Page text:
Managing The Stress of 'Back To School'

Parents of children ages 4-14 report a variety of stresses about the “back to school” process. While each parents individual story is unique, I have observed some common themes in families that learn to do it successfully.

First, it is important to recognize that this is a time of transition for everyone in the family. Certain routines that worked over the summer will need to be adjusted or redeveloped. Old, successful routines from last year need to be remembered. I worked with a father who annually “forgot” how helpful it is to make lunches for everyone in the evening (right before dinner, before leftovers are put away), rather than in the morning. “Every year around Halloween, it would dawn on me…I had this figured out last year!” So, take a moment. Recognize that change is hard. Look at what works for your family, and reflect on what worked last year.

Second, parents are at their best when they adjust their perspective visa-a-vis their children. “It’s like they’re constantly changing the game. As soon as you catch up, they sprint ahead”, one mother told me. When you are with your children everyday it is easy to forget the magic of development and maturity. Back-to-school time is an excellent opportunity to take a moment and read up on your children’s current stages of development. Many great resources exist, including the simple and easy to read “Yardsticks: Children in the Classroom ages 4-14” info sheets.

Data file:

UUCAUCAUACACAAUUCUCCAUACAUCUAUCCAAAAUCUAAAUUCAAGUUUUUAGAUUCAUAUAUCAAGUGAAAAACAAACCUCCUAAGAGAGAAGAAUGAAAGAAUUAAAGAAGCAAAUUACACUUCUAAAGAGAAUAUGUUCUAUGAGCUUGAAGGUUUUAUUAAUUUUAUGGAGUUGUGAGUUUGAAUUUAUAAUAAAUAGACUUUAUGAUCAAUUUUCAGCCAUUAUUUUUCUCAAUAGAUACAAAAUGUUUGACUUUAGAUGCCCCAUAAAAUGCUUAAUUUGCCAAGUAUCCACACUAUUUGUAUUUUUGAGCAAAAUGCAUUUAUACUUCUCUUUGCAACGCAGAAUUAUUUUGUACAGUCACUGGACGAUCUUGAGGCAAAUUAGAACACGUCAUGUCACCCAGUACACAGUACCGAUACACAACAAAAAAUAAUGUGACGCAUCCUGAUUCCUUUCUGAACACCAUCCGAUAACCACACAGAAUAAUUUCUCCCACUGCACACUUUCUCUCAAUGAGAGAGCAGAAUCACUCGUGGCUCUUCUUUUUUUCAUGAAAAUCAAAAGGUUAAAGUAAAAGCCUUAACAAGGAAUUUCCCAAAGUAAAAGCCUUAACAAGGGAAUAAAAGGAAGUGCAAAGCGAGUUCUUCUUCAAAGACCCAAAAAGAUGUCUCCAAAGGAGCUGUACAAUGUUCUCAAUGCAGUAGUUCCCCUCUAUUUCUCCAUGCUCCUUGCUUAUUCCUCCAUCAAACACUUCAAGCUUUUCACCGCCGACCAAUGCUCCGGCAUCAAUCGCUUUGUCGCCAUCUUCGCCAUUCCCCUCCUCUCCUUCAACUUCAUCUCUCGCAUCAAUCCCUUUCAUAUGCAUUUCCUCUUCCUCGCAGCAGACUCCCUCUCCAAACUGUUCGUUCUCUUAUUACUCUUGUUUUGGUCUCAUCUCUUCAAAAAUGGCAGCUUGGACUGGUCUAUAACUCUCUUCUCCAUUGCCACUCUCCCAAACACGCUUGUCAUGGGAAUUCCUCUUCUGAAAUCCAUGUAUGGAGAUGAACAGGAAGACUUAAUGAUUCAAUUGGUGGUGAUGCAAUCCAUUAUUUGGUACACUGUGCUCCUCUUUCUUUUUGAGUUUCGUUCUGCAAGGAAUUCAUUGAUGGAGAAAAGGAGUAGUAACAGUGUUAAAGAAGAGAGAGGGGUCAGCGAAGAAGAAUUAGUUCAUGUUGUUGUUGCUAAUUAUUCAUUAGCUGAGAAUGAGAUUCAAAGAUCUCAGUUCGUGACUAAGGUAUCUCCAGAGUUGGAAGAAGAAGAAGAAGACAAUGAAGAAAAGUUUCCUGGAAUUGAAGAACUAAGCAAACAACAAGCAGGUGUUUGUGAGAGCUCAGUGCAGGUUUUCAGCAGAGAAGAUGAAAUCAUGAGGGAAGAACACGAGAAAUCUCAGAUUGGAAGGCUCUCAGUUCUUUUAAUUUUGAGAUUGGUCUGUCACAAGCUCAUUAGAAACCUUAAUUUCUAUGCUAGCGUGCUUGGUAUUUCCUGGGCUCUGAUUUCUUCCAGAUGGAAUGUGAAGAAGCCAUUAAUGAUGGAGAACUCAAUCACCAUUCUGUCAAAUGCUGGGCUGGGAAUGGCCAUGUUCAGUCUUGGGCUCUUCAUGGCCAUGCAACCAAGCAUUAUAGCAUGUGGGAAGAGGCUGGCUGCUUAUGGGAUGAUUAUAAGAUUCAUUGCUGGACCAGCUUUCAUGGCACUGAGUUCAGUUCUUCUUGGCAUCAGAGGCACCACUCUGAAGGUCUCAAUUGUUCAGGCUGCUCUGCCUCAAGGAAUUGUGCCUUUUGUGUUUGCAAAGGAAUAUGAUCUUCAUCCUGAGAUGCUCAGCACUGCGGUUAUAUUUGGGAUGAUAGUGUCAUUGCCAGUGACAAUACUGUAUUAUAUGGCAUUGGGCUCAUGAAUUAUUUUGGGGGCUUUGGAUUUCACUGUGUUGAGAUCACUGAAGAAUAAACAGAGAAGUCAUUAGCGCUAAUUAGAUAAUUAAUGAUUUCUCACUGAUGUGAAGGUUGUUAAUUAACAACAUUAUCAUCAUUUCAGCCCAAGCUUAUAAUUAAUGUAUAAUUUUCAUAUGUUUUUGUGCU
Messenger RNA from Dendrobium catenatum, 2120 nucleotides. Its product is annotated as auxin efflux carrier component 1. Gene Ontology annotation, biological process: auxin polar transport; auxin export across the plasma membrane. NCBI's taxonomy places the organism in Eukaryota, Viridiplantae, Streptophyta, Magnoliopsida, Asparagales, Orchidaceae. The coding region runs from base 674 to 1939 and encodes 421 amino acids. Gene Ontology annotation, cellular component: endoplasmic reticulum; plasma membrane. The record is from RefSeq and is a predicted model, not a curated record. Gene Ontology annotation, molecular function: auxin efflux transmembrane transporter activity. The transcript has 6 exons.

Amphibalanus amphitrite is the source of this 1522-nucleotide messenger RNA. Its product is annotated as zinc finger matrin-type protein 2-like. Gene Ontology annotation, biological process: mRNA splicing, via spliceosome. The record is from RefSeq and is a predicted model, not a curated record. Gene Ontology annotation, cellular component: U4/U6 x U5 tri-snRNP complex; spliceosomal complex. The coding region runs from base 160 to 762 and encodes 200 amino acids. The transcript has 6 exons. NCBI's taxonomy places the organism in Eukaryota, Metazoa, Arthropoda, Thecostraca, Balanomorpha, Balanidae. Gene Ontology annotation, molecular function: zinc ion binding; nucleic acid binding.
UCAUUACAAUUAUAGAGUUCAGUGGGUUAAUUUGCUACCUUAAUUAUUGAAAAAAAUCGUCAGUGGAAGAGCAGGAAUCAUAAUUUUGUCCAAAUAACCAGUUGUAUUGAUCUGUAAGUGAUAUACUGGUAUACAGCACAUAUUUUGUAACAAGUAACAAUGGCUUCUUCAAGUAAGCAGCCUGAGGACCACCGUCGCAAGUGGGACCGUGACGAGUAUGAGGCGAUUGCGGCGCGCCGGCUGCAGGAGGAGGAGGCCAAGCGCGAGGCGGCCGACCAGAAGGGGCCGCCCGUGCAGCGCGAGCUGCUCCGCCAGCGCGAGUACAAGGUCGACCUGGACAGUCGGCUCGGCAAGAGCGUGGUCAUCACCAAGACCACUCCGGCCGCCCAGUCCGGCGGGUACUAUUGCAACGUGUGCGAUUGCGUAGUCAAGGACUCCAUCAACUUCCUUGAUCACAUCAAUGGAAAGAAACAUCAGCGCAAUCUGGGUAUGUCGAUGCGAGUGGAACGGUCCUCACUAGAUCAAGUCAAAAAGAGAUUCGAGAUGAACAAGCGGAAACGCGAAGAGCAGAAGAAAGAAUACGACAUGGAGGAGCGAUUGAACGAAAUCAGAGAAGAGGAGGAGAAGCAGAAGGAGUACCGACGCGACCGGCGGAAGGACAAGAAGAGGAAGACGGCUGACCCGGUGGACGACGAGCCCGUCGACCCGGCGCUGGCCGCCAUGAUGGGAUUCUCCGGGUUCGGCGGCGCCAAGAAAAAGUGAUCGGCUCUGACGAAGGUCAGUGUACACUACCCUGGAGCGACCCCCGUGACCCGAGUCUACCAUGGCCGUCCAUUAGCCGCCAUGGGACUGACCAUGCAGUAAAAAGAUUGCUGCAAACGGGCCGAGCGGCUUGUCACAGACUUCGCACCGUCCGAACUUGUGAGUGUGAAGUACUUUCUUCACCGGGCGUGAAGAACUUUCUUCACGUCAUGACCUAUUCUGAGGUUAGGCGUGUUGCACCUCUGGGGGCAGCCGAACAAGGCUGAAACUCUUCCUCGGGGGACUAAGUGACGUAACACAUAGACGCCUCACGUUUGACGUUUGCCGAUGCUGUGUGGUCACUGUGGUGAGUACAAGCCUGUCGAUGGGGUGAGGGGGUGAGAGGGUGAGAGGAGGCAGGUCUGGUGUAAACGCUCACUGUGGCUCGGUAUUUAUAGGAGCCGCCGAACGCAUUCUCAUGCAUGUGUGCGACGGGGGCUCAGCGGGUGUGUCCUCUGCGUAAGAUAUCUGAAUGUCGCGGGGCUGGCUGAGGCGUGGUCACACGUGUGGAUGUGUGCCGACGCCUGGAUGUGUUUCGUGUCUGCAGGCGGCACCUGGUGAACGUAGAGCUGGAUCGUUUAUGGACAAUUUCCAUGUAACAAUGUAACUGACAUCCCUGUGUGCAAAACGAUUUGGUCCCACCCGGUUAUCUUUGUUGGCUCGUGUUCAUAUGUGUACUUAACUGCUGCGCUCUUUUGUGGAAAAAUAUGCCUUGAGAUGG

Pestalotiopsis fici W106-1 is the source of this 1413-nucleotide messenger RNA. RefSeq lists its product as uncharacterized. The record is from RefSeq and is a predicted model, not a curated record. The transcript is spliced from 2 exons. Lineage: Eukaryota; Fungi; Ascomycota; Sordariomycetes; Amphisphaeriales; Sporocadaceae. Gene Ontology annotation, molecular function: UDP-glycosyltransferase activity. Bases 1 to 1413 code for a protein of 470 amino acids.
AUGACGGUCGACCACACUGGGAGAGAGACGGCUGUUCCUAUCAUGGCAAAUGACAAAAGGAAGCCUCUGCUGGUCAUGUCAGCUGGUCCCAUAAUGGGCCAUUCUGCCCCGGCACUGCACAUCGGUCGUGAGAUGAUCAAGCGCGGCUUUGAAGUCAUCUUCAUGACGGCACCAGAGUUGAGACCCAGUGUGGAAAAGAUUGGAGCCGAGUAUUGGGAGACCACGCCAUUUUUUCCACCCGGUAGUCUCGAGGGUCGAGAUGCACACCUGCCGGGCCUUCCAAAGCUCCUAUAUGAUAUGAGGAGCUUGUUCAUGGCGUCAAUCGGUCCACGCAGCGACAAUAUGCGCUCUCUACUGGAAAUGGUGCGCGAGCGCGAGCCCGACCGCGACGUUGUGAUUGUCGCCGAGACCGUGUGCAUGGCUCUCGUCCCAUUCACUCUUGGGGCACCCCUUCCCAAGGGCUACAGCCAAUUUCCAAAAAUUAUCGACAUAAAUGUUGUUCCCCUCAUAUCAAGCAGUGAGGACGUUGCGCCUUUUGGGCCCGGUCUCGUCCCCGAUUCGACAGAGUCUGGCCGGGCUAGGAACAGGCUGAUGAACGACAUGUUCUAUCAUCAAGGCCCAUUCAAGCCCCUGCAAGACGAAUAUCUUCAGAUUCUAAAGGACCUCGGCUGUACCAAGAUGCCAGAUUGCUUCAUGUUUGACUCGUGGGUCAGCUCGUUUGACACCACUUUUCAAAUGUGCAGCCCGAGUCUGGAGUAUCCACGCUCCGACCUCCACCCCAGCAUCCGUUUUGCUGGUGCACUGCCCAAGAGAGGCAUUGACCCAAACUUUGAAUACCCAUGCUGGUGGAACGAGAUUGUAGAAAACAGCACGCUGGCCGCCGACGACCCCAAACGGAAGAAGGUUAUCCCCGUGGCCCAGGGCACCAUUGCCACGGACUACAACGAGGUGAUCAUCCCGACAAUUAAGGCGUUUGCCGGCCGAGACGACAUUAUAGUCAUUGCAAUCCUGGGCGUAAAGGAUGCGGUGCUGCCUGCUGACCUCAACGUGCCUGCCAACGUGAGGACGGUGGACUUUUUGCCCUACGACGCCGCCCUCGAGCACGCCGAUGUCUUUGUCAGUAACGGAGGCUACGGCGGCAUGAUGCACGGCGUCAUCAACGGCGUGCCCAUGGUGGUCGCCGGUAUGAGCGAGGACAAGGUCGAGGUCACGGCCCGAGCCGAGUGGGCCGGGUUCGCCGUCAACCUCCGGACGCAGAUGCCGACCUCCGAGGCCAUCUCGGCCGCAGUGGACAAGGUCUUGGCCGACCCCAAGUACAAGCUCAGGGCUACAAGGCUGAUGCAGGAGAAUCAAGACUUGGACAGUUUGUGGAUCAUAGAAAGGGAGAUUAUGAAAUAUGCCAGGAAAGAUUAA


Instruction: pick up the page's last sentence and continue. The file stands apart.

Finally, managing your children’s needs and anxieties is an effective way to succeed and be happy in a time of transition. Again, each child is unique, but two themes seem universal. First is the separation from the home environment. “It doesn’t feel like home, like my family” was how one child described the difficulty of going back to school. Second, is the challenge of more difficult academic work. “Why does is always get harder?” one child asked me, woefully. Help your children to see the best in their teachers and (re)connect with their classmates. And nothing replaces spending time with your kids. Sit with them when they do their homework. Both your presence and your knowledge will build their confidence early in the year. And as Ben Franklin said, “Well begun is half done.”